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Friday, February 21, 2014

Smoking after Cancer: Does It Even Matter?

By Richard C. Frank, MD


I recently met a new patient, referred to me because of a recent diagnosis of lung cancer. He was just over 70 years old and had been in very good physical condition despite having been a smoker for 50 years. He was intelligent and articulate and admitted he knew the habit was going to “catch up” to him but he decided to continue anyway.  We discussed all aspects of his cancer including its causes, stage, treatment options and prognosis. Then he asked a question that many people in his situation ask: “Do I need to stop smoking? What’s the difference anyway?”

The answer is a big YES and there are many reasons why.

First, lets review some basic facts about tobacco use and cancer.  Tobacco is linked to over 10 different types of cancer, especially lung, head and neck, bladder, esophagus and pancreatic cancers. Tobacco smoke contains more than 7,000 chemicals and over 60 carcinogens. Years of smoking leads to DNA damage that results in cancer.  It is well known that discontinuing tobacco use leads to major reductions in the risk of cancer. But it is not widely known that discontinuing tobacco and smoking improves outcomes in those diagnosed with cancer.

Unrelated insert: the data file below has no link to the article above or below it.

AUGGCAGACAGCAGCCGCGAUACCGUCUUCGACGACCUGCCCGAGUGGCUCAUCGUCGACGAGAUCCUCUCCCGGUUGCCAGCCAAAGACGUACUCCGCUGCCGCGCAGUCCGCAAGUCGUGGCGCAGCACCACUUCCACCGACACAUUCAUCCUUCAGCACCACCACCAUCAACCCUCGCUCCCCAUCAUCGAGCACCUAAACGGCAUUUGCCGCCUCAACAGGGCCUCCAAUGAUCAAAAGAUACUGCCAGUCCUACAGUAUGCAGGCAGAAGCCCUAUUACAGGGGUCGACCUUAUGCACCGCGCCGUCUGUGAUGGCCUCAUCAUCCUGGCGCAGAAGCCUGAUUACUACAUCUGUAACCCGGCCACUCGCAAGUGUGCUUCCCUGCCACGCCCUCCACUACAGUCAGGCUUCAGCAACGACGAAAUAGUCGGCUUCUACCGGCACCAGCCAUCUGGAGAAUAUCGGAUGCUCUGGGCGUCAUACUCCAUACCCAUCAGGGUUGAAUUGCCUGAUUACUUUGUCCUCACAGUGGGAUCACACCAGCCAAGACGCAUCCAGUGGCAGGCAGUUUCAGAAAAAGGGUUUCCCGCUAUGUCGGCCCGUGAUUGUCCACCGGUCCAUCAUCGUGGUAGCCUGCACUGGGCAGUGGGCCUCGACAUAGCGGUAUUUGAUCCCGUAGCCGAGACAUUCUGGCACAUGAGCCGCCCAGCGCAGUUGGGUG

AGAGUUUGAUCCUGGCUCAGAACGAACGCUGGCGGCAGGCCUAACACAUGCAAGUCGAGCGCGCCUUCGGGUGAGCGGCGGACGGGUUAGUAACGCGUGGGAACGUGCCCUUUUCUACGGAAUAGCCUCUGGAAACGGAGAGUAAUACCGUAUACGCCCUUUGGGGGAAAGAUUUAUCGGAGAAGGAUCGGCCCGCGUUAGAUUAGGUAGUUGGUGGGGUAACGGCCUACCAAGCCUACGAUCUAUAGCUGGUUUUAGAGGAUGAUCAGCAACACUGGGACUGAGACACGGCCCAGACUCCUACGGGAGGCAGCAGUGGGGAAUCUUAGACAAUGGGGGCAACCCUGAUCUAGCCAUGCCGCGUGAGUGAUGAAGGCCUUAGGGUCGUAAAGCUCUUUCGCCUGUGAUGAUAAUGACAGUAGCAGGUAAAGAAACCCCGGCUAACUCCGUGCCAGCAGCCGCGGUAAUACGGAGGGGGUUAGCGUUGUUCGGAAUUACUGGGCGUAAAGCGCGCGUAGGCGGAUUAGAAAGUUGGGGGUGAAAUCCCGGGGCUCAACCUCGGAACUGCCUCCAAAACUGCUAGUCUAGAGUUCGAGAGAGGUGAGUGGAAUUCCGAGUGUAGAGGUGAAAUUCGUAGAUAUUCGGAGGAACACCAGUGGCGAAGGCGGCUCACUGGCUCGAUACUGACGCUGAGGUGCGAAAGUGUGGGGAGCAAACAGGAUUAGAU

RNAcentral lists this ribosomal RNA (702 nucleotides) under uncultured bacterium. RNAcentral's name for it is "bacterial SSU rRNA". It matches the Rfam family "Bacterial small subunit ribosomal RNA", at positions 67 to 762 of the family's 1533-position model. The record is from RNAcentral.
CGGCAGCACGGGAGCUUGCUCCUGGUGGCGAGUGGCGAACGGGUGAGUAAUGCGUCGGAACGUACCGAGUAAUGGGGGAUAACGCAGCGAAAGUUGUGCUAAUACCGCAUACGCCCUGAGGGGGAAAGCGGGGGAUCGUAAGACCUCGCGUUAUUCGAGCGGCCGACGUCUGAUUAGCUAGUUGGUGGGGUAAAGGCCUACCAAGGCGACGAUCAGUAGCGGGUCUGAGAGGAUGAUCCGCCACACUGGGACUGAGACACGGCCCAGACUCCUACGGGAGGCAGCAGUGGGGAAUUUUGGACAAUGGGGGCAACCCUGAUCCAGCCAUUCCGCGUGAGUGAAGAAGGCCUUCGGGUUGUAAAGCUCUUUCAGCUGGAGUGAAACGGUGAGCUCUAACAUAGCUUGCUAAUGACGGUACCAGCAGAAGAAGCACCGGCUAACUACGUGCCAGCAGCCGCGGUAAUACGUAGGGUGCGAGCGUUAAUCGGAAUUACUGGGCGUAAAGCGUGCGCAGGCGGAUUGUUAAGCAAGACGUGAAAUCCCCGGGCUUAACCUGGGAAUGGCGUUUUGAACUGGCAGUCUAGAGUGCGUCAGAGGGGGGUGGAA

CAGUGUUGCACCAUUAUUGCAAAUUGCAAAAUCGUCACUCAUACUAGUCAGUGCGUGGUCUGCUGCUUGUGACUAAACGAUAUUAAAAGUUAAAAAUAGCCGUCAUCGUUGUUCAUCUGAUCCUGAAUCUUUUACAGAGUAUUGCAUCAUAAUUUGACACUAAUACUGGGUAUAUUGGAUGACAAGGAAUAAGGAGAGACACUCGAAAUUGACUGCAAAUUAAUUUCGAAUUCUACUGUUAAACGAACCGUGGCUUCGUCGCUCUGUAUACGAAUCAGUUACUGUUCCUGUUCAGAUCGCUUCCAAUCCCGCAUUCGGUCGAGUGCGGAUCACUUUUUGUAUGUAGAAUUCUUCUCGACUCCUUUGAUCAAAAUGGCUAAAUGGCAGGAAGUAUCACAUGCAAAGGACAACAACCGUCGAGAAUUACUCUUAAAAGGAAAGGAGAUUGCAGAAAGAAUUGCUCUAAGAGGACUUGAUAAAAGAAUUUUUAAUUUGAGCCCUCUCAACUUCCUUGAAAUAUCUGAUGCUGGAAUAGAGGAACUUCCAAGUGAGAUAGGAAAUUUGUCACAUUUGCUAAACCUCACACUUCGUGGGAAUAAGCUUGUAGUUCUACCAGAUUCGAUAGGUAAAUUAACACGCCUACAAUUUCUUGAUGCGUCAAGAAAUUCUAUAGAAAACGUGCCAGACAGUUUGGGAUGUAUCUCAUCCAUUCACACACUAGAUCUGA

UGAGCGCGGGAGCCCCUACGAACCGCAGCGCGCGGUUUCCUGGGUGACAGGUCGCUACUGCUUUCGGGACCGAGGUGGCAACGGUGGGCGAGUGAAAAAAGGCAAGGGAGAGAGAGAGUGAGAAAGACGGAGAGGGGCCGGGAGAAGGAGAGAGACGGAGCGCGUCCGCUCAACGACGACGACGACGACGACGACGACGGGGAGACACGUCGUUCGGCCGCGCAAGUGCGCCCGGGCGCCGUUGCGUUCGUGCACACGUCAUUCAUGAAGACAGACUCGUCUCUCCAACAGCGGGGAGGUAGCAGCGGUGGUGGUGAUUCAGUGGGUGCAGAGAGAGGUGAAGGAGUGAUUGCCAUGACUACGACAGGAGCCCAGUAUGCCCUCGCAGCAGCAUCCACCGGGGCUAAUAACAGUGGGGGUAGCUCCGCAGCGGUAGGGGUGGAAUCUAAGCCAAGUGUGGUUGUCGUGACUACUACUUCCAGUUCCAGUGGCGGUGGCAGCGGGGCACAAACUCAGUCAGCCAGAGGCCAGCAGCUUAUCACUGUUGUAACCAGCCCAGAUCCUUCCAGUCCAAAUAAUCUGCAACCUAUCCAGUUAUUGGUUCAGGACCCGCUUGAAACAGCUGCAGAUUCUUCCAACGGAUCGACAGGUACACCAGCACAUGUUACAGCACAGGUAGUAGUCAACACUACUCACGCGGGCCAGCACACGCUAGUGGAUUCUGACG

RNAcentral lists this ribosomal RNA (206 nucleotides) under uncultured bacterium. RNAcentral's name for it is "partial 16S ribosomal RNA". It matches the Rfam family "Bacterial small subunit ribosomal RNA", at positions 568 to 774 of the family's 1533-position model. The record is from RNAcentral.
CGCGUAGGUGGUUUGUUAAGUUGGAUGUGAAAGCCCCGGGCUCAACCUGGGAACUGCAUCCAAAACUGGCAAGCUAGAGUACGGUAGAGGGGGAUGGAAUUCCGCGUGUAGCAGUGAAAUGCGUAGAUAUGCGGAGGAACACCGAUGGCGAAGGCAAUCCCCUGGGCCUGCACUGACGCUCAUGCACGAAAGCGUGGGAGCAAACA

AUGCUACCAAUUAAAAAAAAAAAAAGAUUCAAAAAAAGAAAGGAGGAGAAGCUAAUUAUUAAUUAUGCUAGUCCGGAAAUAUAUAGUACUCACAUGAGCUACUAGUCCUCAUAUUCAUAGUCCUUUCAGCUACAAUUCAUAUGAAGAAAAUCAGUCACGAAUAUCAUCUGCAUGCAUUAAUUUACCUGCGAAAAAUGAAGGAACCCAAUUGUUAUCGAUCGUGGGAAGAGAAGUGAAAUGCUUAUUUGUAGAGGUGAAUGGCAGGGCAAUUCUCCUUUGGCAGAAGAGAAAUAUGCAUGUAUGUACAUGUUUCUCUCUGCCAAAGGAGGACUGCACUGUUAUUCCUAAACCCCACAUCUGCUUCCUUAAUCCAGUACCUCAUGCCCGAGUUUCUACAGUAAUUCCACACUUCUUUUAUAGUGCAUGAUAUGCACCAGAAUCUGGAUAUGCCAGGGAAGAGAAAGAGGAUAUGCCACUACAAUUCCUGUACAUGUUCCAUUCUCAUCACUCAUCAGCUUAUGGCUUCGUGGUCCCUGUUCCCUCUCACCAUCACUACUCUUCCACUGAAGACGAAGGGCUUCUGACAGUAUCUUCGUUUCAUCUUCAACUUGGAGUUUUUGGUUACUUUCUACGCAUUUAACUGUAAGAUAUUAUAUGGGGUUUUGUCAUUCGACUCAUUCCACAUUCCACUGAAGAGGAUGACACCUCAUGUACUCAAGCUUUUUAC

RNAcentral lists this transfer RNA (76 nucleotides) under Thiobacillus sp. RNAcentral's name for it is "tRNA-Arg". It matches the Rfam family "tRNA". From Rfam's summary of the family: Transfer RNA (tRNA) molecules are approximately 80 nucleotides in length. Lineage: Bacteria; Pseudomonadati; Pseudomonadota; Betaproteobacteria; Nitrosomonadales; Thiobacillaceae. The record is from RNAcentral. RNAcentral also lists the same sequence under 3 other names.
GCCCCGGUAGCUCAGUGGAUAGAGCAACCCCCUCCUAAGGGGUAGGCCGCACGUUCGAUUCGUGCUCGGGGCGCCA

Here are some facts to consider if you are a smoker and have been diagnosed with cancer:

  • In patients who underwent surgery to remove all evidence of lung cancer, smoking cessation improves 5-year survivals by over 35%.
  • Continued smoking after surgery results in a greater chance of developing another smoking related cancer.
  • In patients with advanced (stage IV) lung cancer, continued tobacco use results in decreased effectiveness of cancer treatments and more side effects from those treatments.
  • Continued smoking after a diagnosis of lung cancer is associated with a decrease in quality of life (overall sense of well-being) and decreased survival.

There are many methods to help current smokers stop smoking. Many hospitals offer cessation programs. If yours does not, then there is a national quit line at 1-800-QUIT-NOW.  The first step, however, is a desire to stop and an understanding of why it is important to do so, even after a diagnosis of cancer.

Posted by: Richard C. Frank, MD at 11:10 am


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